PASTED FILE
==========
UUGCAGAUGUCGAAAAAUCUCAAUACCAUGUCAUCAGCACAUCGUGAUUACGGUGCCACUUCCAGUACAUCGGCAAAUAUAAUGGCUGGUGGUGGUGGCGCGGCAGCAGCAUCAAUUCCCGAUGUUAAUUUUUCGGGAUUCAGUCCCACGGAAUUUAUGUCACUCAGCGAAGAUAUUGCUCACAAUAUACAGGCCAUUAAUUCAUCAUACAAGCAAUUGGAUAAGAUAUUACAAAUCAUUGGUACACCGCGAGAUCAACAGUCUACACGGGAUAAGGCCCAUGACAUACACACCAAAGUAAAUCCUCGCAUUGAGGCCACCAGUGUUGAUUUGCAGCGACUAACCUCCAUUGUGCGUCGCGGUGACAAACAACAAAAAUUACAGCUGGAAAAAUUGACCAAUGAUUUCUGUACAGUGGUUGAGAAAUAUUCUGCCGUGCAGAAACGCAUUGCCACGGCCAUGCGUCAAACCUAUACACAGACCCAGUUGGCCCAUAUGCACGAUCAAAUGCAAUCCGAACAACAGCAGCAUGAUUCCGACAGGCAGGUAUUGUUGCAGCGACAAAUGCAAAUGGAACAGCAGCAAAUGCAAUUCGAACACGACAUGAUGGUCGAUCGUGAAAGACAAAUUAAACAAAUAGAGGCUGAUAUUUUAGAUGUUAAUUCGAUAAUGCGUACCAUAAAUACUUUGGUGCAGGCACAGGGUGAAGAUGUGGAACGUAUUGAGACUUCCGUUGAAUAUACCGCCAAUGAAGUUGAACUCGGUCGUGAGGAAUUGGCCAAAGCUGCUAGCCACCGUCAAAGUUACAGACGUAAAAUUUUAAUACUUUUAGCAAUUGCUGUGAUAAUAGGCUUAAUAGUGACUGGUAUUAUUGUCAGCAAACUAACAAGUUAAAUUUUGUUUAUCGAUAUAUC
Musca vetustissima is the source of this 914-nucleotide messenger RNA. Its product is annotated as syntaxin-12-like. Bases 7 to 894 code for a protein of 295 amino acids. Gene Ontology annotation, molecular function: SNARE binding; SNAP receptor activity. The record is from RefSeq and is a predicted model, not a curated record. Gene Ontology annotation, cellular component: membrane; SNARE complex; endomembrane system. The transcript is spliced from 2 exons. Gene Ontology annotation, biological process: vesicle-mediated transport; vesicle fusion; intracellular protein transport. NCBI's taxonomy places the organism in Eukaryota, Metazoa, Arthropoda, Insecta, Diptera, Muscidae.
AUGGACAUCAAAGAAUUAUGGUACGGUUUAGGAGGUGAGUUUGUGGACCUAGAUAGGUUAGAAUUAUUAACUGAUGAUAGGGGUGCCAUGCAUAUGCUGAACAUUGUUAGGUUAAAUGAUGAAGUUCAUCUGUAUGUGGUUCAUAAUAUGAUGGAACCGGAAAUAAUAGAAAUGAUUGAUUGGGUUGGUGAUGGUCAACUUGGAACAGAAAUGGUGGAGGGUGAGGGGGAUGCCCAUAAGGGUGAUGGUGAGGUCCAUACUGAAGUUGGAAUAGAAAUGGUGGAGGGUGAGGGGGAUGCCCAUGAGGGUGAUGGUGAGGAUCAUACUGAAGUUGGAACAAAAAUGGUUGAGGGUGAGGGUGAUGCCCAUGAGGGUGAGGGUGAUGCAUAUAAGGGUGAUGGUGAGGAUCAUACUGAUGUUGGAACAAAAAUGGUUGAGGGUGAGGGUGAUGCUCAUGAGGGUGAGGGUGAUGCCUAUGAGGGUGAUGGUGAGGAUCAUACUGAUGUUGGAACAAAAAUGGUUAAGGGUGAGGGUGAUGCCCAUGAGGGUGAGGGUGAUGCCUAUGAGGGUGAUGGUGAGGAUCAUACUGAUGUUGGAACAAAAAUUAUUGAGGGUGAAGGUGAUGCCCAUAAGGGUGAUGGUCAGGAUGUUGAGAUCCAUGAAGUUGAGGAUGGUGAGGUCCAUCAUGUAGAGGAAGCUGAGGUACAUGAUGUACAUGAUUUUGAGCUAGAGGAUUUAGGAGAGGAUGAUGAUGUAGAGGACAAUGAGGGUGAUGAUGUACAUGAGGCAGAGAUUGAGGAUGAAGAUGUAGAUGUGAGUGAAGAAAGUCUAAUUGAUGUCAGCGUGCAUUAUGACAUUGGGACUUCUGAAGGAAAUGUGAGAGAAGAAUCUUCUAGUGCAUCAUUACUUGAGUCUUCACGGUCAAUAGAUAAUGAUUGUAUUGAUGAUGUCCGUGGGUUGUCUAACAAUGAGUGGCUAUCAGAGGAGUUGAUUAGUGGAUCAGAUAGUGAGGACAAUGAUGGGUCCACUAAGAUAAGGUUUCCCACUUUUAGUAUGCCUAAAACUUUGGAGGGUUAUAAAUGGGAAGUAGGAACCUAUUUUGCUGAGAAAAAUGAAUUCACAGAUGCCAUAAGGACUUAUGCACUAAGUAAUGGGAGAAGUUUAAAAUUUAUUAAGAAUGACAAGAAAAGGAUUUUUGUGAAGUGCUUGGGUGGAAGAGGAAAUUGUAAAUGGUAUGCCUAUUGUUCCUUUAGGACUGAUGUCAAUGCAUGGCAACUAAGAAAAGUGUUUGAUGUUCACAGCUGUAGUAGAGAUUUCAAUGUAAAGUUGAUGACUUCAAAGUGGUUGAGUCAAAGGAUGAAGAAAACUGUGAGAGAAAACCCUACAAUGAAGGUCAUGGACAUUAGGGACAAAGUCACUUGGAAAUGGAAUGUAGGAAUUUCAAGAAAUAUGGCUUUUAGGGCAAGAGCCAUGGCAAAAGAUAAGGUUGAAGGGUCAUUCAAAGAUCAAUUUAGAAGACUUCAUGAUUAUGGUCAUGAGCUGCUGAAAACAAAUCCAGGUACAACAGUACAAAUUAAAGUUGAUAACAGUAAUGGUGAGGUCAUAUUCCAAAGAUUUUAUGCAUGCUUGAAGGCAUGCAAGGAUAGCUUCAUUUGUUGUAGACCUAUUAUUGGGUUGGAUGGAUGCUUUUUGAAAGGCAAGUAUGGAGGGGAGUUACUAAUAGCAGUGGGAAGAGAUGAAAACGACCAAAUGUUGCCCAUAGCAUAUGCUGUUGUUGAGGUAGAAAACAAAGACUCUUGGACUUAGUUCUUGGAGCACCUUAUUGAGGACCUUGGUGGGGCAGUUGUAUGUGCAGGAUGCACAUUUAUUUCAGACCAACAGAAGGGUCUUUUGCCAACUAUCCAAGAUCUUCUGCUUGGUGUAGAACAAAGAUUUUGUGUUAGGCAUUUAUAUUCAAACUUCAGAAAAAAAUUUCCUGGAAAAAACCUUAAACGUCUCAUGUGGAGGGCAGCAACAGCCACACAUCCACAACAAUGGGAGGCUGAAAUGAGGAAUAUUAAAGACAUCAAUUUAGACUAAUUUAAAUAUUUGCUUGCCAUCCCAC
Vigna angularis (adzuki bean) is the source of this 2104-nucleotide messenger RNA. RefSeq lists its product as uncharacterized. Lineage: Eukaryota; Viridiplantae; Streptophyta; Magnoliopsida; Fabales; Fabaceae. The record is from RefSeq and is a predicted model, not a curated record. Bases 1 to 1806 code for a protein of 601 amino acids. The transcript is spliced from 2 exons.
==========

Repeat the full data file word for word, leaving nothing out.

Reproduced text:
UUGCAGAUGUCGAAAAAUCUCAAUACCAUGUCAUCAGCACAUCGUGAUUACGGUGCCACUUCCAGUACAUCGGCAAAUAUAAUGGCUGGUGGUGGUGGCGCGGCAGCAGCAUCAAUUCCCGAUGUUAAUUUUUCGGGAUUCAGUCCCACGGAAUUUAUGUCACUCAGCGAAGAUAUUGCUCACAAUAUACAGGCCAUUAAUUCAUCAUACAAGCAAUUGGAUAAGAUAUUACAAAUCAUUGGUACACCGCGAGAUCAACAGUCUACACGGGAUAAGGCCCAUGACAUACACACCAAAGUAAAUCCUCGCAUUGAGGCCACCAGUGUUGAUUUGCAGCGACUAACCUCCAUUGUGCGUCGCGGUGACAAACAACAAAAAUUACAGCUGGAAAAAUUGACCAAUGAUUUCUGUACAGUGGUUGAGAAAUAUUCUGCCGUGCAGAAACGCAUUGCCACGGCCAUGCGUCAAACCUAUACACAGACCCAGUUGGCCCAUAUGCACGAUCAAAUGCAAUCCGAACAACAGCAGCAUGAUUCCGACAGGCAGGUAUUGUUGCAGCGACAAAUGCAAAUGGAACAGCAGCAAAUGCAAUUCGAACACGACAUGAUGGUCGAUCGUGAAAGACAAAUUAAACAAAUAGAGGCUGAUAUUUUAGAUGUUAAUUCGAUAAUGCGUACCAUAAAUACUUUGGUGCAGGCACAGGGUGAAGAUGUGGAACGUAUUGAGACUUCCGUUGAAUAUACCGCCAAUGAAGUUGAACUCGGUCGUGAGGAAUUGGCCAAAGCUGCUAGCCACCGUCAAAGUUACAGACGUAAAAUUUUAAUACUUUUAGCAAUUGCUGUGAUAAUAGGCUUAAUAGUGACUGGUAUUAUUGUCAGCAAACUAACAAGUUAAAUUUUGUUUAUCGAUAUAUC
Musca vetustissima is the source of this 914-nucleotide messenger RNA. Its product is annotated as syntaxin-12-like. Bases 7 to 894 code for a protein of 295 amino acids. Gene Ontology annotation, molecular function: SNARE binding; SNAP receptor activity. The record is from RefSeq and is a predicted model, not a curated record. Gene Ontology annotation, cellular component: membrane; SNARE complex; endomembrane system. The transcript is spliced from 2 exons. Gene Ontology annotation, biological process: vesicle-mediated transport; vesicle fusion; intracellular protein transport. NCBI's taxonomy places the organism in Eukaryota, Metazoa, Arthropoda, Insecta, Diptera, Muscidae.
AUGGACAUCAAAGAAUUAUGGUACGGUUUAGGAGGUGAGUUUGUGGACCUAGAUAGGUUAGAAUUAUUAACUGAUGAUAGGGGUGCCAUGCAUAUGCUGAACAUUGUUAGGUUAAAUGAUGAAGUUCAUCUGUAUGUGGUUCAUAAUAUGAUGGAACCGGAAAUAAUAGAAAUGAUUGAUUGGGUUGGUGAUGGUCAACUUGGAACAGAAAUGGUGGAGGGUGAGGGGGAUGCCCAUAAGGGUGAUGGUGAGGUCCAUACUGAAGUUGGAAUAGAAAUGGUGGAGGGUGAGGGGGAUGCCCAUGAGGGUGAUGGUGAGGAUCAUACUGAAGUUGGAACAAAAAUGGUUGAGGGUGAGGGUGAUGCCCAUGAGGGUGAGGGUGAUGCAUAUAAGGGUGAUGGUGAGGAUCAUACUGAUGUUGGAACAAAAAUGGUUGAGGGUGAGGGUGAUGCUCAUGAGGGUGAGGGUGAUGCCUAUGAGGGUGAUGGUGAGGAUCAUACUGAUGUUGGAACAAAAAUGGUUAAGGGUGAGGGUGAUGCCCAUGAGGGUGAGGGUGAUGCCUAUGAGGGUGAUGGUGAGGAUCAUACUGAUGUUGGAACAAAAAUUAUUGAGGGUGAAGGUGAUGCCCAUAAGGGUGAUGGUCAGGAUGUUGAGAUCCAUGAAGUUGAGGAUGGUGAGGUCCAUCAUGUAGAGGAAGCUGAGGUACAUGAUGUACAUGAUUUUGAGCUAGAGGAUUUAGGAGAGGAUGAUGAUGUAGAGGACAAUGAGGGUGAUGAUGUACAUGAGGCAGAGAUUGAGGAUGAAGAUGUAGAUGUGAGUGAAGAAAGUCUAAUUGAUGUCAGCGUGCAUUAUGACAUUGGGACUUCUGAAGGAAAUGUGAGAGAAGAAUCUUCUAGUGCAUCAUUACUUGAGUCUUCACGGUCAAUAGAUAAUGAUUGUAUUGAUGAUGUCCGUGGGUUGUCUAACAAUGAGUGGCUAUCAGAGGAGUUGAUUAGUGGAUCAGAUAGUGAGGACAAUGAUGGGUCCACUAAGAUAAGGUUUCCCACUUUUAGUAUGCCUAAAACUUUGGAGGGUUAUAAAUGGGAAGUAGGAACCUAUUUUGCUGAGAAAAAUGAAUUCACAGAUGCCAUAAGGACUUAUGCACUAAGUAAUGGGAGAAGUUUAAAAUUUAUUAAGAAUGACAAGAAAAGGAUUUUUGUGAAGUGCUUGGGUGGAAGAGGAAAUUGUAAAUGGUAUGCCUAUUGUUCCUUUAGGACUGAUGUCAAUGCAUGGCAACUAAGAAAAGUGUUUGAUGUUCACAGCUGUAGUAGAGAUUUCAAUGUAAAGUUGAUGACUUCAAAGUGGUUGAGUCAAAGGAUGAAGAAAACUGUGAGAGAAAACCCUACAAUGAAGGUCAUGGACAUUAGGGACAAAGUCACUUGGAAAUGGAAUGUAGGAAUUUCAAGAAAUAUGGCUUUUAGGGCAAGAGCCAUGGCAAAAGAUAAGGUUGAAGGGUCAUUCAAAGAUCAAUUUAGAAGACUUCAUGAUUAUGGUCAUGAGCUGCUGAAAACAAAUCCAGGUACAACAGUACAAAUUAAAGUUGAUAACAGUAAUGGUGAGGUCAUAUUCCAAAGAUUUUAUGCAUGCUUGAAGGCAUGCAAGGAUAGCUUCAUUUGUUGUAGACCUAUUAUUGGGUUGGAUGGAUGCUUUUUGAAAGGCAAGUAUGGAGGGGAGUUACUAAUAGCAGUGGGAAGAGAUGAAAACGACCAAAUGUUGCCCAUAGCAUAUGCUGUUGUUGAGGUAGAAAACAAAGACUCUUGGACUUAGUUCUUGGAGCACCUUAUUGAGGACCUUGGUGGGGCAGUUGUAUGUGCAGGAUGCACAUUUAUUUCAGACCAACAGAAGGGUCUUUUGCCAACUAUCCAAGAUCUUCUGCUUGGUGUAGAACAAAGAUUUUGUGUUAGGCAUUUAUAUUCAAACUUCAGAAAAAAAUUUCCUGGAAAAAACCUUAAACGUCUCAUGUGGAGGGCAGCAACAGCCACACAUCCACAACAAUGGGAGGCUGAAAUGAGGAAUAUUAAAGACAUCAAUUUAGACUAAUUUAAAUAUUUGCUUGCCAUCCCAC
Vigna angularis (adzuki bean) is the source of this 2104-nucleotide messenger RNA. RefSeq lists its product as uncharacterized. Lineage: Eukaryota; Viridiplantae; Streptophyta; Magnoliopsida; Fabales; Fabaceae. The record is from RefSeq and is a predicted model, not a curated record. Bases 1 to 1806 code for a protein of 601 amino acids. The transcript is spliced from 2 exons.